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HARVARD — The new Hildreth House Improvement Committee should be ready to report to Town Meeting next year, but not with a funding request, selectmen said Tuesday night.

First, the HHIC needs to come together. There are no members yet.

The selectmen have a charge for the new group and have decided to seat seven members.

Skills sets should include civil engineering, building, municipal finance and fundraising, selectmen said, with liaisons from other boards, such as the Energy Advisory and Capital Planning and Investment committees and the CPC, which oversees Community Preservation Act funds and recommends projects for funding.

Council on Aging Chairman Connie Larrabee favored having a COA member on the HHIC. “It feels to me there should be at least one representative,” she said, “but we need to hear from other people.”

Selectmen Chairman Lucy Wallace agreed. “If it turns out that two COA members” are among the seven, that’s fine, too.

Selectman Bill Johnson said HHIC membership should reflect a broad, cross-town constituency, providing input from different age groups.

The selectmen were pretty much on the same page about the $5.5 million vision LLB architects came up with and presented at public forums, with a two-story addition and an extensive landscaping makeover. It looks great on paper and has all the right stuff for a gem of a senior center, but it may be over the top.

“I’m not sure the schematic design we have now won’t need revision,” Selectman Tim Clark said.

Wallace turned to Larrabee, who said the COA does not envision any grand plan, per se. “What we hope for is some path forward,” she said. “We don’t kid ourselves it will be an easy sell.” But they don’t want take a “half-baked plan” to Town Meeting, either.

The Friends of the COA are in the very early stages of launching a fundraising effort for a revamped senior center that will tie in needed building repairs and updates. She anticipates the process may take about three years. But they must have a specific target to aim for.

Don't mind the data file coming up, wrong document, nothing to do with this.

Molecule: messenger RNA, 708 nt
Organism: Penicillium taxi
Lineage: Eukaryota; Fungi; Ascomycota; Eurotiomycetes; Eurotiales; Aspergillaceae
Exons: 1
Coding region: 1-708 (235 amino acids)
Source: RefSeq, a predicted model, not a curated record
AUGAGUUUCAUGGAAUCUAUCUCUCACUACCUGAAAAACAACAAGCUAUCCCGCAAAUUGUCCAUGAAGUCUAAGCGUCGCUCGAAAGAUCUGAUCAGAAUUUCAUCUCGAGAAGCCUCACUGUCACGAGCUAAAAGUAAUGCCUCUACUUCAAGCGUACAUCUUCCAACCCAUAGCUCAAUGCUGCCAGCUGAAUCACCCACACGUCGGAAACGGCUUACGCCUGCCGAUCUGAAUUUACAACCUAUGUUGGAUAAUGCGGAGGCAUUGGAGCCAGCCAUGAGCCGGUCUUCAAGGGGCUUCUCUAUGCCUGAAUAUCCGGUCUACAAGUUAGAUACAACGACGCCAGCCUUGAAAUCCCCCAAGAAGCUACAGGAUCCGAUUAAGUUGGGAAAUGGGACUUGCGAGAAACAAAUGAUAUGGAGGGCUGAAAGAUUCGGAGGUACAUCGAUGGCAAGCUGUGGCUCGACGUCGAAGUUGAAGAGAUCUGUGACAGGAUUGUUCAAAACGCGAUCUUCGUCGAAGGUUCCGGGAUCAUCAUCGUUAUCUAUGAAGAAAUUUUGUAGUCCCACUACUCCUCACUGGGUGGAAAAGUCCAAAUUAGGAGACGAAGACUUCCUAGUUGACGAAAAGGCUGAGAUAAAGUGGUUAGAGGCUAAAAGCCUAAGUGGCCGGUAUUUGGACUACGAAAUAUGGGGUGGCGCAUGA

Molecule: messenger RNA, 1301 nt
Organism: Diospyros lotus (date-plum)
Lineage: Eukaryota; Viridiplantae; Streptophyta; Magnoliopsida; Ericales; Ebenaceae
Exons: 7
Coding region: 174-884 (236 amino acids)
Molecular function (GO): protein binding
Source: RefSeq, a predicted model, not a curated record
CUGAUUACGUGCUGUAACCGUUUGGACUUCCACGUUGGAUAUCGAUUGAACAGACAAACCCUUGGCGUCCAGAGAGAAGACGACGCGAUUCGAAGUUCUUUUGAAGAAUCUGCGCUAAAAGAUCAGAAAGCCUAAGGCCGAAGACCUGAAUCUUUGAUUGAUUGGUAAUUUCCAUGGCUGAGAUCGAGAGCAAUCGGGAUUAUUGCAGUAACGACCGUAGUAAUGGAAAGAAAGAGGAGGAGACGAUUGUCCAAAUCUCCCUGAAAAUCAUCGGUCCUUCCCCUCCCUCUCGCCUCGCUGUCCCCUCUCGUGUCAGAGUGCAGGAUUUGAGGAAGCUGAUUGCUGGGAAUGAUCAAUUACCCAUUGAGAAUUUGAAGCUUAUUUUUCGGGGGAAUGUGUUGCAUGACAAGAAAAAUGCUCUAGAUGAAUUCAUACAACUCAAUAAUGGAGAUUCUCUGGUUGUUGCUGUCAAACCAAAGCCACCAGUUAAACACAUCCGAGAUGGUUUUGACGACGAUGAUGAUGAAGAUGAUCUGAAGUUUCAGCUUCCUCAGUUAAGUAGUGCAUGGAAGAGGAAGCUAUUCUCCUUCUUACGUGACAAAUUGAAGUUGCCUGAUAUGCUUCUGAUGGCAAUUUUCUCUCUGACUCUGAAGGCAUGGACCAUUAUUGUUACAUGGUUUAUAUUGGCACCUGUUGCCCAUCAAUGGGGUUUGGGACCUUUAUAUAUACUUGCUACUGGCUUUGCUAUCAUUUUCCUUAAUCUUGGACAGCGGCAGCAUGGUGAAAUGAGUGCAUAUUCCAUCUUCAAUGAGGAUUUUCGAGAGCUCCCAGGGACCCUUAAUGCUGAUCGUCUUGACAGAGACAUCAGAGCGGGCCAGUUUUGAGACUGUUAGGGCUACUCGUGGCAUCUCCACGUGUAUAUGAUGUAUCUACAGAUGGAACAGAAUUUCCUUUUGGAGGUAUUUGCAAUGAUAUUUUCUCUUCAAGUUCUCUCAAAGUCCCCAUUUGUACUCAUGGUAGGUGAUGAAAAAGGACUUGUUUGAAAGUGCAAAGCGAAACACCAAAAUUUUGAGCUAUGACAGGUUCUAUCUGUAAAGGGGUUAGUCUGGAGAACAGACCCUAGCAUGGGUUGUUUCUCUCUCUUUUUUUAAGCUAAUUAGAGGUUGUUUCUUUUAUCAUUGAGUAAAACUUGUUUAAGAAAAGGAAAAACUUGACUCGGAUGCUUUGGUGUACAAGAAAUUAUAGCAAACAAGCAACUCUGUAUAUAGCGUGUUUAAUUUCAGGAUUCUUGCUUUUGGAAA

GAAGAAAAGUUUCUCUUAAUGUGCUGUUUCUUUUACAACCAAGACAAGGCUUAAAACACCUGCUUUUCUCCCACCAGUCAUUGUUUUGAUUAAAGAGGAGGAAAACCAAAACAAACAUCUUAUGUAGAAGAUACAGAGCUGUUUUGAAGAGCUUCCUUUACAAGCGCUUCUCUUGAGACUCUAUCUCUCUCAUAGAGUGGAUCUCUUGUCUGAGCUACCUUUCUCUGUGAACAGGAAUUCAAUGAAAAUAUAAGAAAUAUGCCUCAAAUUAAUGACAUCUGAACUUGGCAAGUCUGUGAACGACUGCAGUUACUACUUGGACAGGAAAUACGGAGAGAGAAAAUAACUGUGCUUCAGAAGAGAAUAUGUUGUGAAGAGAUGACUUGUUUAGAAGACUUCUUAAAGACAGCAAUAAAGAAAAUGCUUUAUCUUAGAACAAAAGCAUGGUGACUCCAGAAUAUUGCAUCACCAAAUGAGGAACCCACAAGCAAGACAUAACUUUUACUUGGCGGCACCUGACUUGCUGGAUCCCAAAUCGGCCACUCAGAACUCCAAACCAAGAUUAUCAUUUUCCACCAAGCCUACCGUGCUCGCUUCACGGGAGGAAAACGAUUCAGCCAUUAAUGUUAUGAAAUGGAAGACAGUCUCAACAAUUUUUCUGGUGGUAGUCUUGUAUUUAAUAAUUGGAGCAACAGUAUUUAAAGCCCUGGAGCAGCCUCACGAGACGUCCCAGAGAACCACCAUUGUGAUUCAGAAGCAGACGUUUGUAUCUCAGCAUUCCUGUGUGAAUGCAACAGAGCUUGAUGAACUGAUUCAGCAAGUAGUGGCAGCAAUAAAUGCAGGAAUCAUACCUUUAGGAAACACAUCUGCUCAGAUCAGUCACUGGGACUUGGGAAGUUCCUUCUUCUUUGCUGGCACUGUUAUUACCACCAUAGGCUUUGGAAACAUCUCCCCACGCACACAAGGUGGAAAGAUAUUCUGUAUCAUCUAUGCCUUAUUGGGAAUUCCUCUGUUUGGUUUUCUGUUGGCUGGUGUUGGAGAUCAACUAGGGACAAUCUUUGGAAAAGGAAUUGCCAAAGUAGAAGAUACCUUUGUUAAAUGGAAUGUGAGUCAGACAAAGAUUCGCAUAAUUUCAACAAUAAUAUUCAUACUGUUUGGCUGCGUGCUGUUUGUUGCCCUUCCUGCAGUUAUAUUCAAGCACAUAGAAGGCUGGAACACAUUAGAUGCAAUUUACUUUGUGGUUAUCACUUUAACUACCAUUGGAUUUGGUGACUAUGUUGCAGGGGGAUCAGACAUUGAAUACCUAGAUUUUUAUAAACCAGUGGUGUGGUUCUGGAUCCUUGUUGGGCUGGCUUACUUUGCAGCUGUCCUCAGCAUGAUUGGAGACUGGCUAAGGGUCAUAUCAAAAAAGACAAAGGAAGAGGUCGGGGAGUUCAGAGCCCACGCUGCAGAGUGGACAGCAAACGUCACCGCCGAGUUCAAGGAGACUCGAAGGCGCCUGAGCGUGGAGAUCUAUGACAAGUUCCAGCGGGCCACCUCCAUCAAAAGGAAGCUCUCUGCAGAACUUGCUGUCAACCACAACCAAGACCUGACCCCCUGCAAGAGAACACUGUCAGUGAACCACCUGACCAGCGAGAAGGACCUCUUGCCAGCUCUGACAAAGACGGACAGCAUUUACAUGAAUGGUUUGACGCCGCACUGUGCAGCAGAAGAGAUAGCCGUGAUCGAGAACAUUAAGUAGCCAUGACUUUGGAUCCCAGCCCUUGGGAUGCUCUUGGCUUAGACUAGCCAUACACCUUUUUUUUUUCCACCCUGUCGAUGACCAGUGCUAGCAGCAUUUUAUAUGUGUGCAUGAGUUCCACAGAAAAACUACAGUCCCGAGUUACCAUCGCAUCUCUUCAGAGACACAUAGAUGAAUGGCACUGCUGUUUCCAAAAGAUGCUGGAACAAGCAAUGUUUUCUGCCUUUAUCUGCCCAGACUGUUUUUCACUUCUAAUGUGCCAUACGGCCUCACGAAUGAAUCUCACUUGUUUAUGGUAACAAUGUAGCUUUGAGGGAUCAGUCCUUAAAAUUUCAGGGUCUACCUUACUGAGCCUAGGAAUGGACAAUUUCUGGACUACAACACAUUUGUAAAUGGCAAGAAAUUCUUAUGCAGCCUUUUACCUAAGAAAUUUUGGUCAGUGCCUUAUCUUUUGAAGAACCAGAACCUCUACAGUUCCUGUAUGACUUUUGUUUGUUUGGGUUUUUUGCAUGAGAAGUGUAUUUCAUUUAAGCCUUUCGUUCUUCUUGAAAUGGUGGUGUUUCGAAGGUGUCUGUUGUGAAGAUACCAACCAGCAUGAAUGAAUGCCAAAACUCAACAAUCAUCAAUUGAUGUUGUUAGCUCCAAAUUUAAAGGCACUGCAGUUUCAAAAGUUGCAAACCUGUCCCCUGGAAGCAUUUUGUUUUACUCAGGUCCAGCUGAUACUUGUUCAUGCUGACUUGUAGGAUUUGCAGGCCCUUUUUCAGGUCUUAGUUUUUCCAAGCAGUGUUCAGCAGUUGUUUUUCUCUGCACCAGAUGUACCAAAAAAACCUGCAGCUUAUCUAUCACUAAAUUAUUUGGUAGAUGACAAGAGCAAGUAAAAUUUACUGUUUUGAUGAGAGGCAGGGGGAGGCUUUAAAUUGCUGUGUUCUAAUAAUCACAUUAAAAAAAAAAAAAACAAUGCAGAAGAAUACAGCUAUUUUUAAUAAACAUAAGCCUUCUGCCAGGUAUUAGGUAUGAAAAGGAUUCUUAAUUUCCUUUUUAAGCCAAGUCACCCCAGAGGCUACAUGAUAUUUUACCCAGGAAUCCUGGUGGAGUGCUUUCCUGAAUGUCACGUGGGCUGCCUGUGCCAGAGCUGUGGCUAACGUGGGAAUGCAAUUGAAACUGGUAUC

“There’s interest in contributing, but we need a goal,” she said.

At the 2011 annual Town Meeting, the Municipal Building Committee spent a lot of money to come up with reuse proposals, including a schematic design plan for Hildreth House that included expansion and site work, in the end presenting a design for a $5.5 million project.

Nobody at the table felt that would fly; it’s simply too much money, they agreed. Johnson said there needs to be a cost envelope this time around and the project must come closer to the town’s expectations.

Clark called it a reality check. No matter what features and fixtures were in the design, the $5.5 million price tag was sure to cause sticker shock, he said.

“If there’s a consensus among this group that it’s not affordable, we could ask the public” if they want a re-do, Clark said. In practical terms, that means determining the desired and necessary level of services and what it will cost to provide them.

“I think I understand where this plan came from,” Larrabee said. But nobody on the COA thinks a $5.5 million renovation/addition plan will fly.

To begin with, the HHIC must hash out what items are needed to bring the building up to code, she said. Also, the service water line has gone up significantly since the Bowers Brook senior housing complex came online.

Clark said that’s just the point. Unlike Town Hall, which has a clearly defined and fairly constant set of functions, the senior center and the COA have changed a lot over the last decade, he said. He said the question then becomes, “What’s the future need.”

“I think we should go to the 2013 Town Meeting with a report and a recommendation,” but not a funding request, Sobalvarro said.

Larrabee agreed. “If people don’t want it, they don’t,” she said.

Meanwhile, the HHIC must begin its work. Applications to serve on the committee may be submitted to the selectmen’s office.